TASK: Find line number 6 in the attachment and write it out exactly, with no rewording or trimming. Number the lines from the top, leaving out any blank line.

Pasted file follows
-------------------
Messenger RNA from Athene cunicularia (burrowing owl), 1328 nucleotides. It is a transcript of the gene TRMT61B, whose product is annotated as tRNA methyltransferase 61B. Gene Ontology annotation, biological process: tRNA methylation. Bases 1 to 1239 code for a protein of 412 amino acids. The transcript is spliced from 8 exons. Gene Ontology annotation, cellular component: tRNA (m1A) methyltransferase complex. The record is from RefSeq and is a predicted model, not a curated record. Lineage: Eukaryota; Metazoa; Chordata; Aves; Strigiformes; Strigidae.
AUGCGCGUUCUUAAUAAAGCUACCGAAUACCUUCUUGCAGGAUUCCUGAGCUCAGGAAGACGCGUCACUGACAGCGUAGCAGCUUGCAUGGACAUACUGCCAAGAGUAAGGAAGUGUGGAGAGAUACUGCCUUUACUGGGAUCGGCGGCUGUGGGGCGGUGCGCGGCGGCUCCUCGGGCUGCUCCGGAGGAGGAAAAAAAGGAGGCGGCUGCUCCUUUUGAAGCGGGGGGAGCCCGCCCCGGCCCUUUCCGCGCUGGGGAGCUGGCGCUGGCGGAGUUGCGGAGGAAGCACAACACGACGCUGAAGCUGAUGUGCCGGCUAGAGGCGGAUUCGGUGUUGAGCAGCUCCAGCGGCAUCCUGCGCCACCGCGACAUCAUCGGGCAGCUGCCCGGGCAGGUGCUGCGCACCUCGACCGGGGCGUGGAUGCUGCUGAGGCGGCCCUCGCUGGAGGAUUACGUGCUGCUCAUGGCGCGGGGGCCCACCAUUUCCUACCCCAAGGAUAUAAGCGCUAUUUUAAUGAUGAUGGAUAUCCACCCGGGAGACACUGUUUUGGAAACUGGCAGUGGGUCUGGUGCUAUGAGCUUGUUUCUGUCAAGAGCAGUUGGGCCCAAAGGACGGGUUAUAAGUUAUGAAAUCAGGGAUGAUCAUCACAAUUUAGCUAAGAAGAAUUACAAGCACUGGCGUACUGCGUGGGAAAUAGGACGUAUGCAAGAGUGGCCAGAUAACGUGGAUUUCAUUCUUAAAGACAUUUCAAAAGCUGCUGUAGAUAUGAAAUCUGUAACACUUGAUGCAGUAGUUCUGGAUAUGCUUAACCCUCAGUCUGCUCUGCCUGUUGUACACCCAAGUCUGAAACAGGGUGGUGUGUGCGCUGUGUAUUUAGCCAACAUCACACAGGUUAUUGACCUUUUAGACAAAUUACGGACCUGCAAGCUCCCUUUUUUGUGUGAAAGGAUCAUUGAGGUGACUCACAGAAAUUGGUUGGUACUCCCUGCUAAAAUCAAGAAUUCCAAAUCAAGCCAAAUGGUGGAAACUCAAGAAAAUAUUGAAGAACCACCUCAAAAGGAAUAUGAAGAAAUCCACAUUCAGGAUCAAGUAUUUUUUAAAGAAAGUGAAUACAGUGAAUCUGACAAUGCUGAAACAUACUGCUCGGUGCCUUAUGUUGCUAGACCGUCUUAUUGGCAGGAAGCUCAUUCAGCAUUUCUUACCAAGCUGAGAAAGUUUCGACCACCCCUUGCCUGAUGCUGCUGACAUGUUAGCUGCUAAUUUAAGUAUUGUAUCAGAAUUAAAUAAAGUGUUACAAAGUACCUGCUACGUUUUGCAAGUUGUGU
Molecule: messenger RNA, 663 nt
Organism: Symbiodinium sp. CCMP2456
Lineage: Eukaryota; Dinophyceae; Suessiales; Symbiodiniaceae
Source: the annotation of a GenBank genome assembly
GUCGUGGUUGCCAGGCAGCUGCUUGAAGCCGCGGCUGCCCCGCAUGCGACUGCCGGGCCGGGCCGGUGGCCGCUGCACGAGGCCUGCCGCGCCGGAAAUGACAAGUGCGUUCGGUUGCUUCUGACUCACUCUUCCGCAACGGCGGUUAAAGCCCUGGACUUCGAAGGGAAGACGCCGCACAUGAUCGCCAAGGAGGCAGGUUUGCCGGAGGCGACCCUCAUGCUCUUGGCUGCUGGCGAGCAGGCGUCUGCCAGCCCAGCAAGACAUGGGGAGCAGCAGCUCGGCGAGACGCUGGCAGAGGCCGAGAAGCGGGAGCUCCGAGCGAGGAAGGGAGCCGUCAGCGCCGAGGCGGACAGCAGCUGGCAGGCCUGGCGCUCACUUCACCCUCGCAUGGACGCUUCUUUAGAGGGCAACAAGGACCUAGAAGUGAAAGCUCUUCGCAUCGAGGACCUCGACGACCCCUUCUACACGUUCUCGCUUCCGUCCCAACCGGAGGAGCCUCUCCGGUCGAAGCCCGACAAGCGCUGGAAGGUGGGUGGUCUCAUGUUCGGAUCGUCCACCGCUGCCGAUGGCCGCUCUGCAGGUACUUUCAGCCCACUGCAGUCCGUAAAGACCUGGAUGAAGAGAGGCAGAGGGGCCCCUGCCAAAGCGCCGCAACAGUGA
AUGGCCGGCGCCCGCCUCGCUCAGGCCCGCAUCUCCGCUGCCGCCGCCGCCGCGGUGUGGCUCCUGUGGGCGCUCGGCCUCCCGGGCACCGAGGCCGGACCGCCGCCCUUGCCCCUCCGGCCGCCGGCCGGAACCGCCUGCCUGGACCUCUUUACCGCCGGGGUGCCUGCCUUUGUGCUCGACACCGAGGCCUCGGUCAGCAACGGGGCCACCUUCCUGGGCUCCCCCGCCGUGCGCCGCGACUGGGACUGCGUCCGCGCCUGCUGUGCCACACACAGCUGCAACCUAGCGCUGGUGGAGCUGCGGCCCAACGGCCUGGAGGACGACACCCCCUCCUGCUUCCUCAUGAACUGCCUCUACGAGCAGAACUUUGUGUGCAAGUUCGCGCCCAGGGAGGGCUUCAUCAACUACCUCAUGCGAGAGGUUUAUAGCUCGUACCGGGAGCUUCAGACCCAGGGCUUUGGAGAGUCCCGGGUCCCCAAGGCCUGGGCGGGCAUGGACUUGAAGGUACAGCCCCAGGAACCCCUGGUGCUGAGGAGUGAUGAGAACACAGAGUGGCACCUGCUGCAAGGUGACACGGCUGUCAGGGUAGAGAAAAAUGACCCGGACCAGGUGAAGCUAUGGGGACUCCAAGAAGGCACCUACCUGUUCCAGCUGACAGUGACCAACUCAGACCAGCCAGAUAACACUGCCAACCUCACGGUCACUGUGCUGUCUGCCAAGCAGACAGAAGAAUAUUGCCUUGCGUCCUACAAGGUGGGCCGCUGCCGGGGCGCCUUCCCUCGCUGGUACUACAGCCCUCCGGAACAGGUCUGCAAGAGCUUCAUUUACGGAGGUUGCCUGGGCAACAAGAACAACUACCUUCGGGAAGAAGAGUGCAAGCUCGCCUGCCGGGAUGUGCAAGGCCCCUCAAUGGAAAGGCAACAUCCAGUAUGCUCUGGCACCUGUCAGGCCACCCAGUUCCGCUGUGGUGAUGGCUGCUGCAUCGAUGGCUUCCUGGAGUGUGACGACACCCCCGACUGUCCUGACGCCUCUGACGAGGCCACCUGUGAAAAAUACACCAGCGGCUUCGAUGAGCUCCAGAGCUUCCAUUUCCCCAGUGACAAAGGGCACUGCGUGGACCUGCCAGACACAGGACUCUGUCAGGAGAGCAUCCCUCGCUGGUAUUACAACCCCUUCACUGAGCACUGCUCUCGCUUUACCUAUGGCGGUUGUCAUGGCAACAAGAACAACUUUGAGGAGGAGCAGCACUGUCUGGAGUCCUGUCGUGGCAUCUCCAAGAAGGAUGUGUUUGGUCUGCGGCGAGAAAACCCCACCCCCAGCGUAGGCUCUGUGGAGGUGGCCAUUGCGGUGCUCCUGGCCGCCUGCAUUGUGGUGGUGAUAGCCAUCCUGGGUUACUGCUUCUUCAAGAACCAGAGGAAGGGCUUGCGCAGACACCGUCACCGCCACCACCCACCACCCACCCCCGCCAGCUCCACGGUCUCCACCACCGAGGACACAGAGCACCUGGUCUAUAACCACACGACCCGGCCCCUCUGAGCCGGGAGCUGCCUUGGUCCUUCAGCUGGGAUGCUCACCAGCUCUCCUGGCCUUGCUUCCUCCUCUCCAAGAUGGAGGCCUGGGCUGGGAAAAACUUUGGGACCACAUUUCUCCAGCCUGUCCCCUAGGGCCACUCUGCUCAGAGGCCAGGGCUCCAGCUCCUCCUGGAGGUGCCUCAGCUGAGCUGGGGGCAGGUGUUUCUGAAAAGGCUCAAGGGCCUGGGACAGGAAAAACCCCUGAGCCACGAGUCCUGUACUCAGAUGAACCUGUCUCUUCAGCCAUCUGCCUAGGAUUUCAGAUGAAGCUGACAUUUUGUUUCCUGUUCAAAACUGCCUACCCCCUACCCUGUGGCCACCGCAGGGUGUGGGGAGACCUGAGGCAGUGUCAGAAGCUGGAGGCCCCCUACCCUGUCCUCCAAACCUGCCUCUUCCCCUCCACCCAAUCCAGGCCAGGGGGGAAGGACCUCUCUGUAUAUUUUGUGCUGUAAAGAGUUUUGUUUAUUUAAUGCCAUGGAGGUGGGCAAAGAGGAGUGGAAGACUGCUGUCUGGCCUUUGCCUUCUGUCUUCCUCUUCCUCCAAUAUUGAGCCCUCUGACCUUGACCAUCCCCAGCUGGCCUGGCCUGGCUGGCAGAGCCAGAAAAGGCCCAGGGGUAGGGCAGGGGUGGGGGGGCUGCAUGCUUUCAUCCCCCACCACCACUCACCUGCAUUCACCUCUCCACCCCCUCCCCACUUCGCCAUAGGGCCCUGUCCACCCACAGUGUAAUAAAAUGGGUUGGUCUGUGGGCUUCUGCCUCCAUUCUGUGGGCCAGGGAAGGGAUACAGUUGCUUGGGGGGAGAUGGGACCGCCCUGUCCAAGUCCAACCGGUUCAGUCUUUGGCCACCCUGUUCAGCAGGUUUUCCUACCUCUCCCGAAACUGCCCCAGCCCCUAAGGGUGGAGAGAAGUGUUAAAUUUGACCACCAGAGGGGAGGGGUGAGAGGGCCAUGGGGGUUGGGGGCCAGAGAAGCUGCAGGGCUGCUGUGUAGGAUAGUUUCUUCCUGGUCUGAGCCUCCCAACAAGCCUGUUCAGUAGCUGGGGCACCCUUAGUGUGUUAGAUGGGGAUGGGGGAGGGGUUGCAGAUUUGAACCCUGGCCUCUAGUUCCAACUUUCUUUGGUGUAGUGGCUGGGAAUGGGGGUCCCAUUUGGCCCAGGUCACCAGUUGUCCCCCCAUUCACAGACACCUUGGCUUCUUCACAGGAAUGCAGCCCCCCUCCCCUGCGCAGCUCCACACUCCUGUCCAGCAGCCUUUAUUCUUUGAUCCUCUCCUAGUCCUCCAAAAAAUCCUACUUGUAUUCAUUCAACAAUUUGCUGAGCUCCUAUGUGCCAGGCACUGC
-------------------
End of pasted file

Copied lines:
Source: the annotation of a GenBank genome assembly